The Trump-less Republican presidential debate last night went not so very different from those before it, though some of the barbs aimed at the missing candidate actually rose a degree of wit.
Like the previous debates, it probably changed little as regards the standing of the candidates. A raw political calculation, Trump probably lost nothing from skipping it; his absence loomed over the proceedings, and nowhere did the lack of a Trump response somewhere probably cost him votes.
In fact, since the topics were almost all retreads of previous debates, that would be true of the other candidates as well. That's partly true because nearly all the questions, apart from those sometimes aimed at needling specific candidates, came mostly in their comfort zone of foreign affairs (bomb 'em), immigration and taxes. Subjects that had to do with the well-being of Americans were, with rare exception, skipped by moderators and candidates alike.
That makes the Republican debates a lot different from the Democratic. But there may be some solid reasons for that, pointed to a recent (released Tuesday) ABC/Washington Post poll.
The front end of the poll was standard horse race stuff, in line with other recent polls (an indicator its results probably are in the right ballpark). Maybe the most interesting datum in that part is the 64% expectation among Republicans and Republican-leaners that Donald Trump will be the Republican nominee.
Further back in the report, there is this:
A challenge for the GOP, looking ahead, is the extent to which leaned Republicans differ from the rest of the public on many such measures. While 54 percent of leaned Republicans are looking chiefly for an outsider, among all other Americans, 75 percent prefer a candidate with experience in how the political system works. While 50 percent of leaned Republicans say immigrants mainly weaken U.S. society, 66 percent of others say they mainly strengthen it. And there’s a vast 45-point difference in views on whether the country’s on the wrong track.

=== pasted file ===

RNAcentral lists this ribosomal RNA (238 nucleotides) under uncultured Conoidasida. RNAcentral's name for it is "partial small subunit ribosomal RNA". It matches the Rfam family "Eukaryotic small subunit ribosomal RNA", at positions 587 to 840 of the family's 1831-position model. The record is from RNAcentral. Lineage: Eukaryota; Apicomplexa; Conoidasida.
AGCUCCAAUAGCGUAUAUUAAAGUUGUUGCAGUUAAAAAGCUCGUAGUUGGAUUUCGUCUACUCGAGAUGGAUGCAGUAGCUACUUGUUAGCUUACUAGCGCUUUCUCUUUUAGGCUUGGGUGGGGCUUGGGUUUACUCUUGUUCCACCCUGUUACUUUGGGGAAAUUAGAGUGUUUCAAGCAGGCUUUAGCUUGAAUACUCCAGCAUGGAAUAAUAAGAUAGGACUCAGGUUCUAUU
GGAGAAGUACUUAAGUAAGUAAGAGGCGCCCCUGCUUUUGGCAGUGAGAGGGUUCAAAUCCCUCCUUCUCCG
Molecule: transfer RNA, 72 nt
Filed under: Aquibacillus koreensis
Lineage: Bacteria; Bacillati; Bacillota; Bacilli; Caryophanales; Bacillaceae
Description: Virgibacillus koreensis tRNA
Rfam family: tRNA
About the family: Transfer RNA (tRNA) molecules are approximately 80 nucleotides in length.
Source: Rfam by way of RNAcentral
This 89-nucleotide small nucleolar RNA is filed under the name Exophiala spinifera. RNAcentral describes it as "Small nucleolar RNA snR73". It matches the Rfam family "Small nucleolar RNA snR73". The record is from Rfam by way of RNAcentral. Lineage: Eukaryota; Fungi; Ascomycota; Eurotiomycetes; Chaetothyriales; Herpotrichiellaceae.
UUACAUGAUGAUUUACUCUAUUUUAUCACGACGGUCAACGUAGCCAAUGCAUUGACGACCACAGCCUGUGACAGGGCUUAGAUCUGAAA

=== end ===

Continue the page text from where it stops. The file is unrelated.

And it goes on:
Leaned Republicans also are 27 points more apt than others to see government as part of the problem; twice as likely to be angry about it; 17 points more likely to see America’s best days as behind it; and 15 points more apt to say their own values are losing ground in society today.
Economic worry is the only one of these [subject areas] in which significant differences aren’t evident. On the others, whichever Republican wins the nomination, there’ll be substantial work ahead in reconciling world views within the GOP with those beyond it.
So when you hear that "Americans" want an outsider for president, that "the country" is becoming anti-immigrant and are pessimistic about the future, remember that this represents the views of a growing majority among Republicans and Republican leaners, but not the country as a whole. As a result, once Republicans hit the general election and have to deal with the world outside their bubble, they will as the poll said face "substantial work ahead." -rs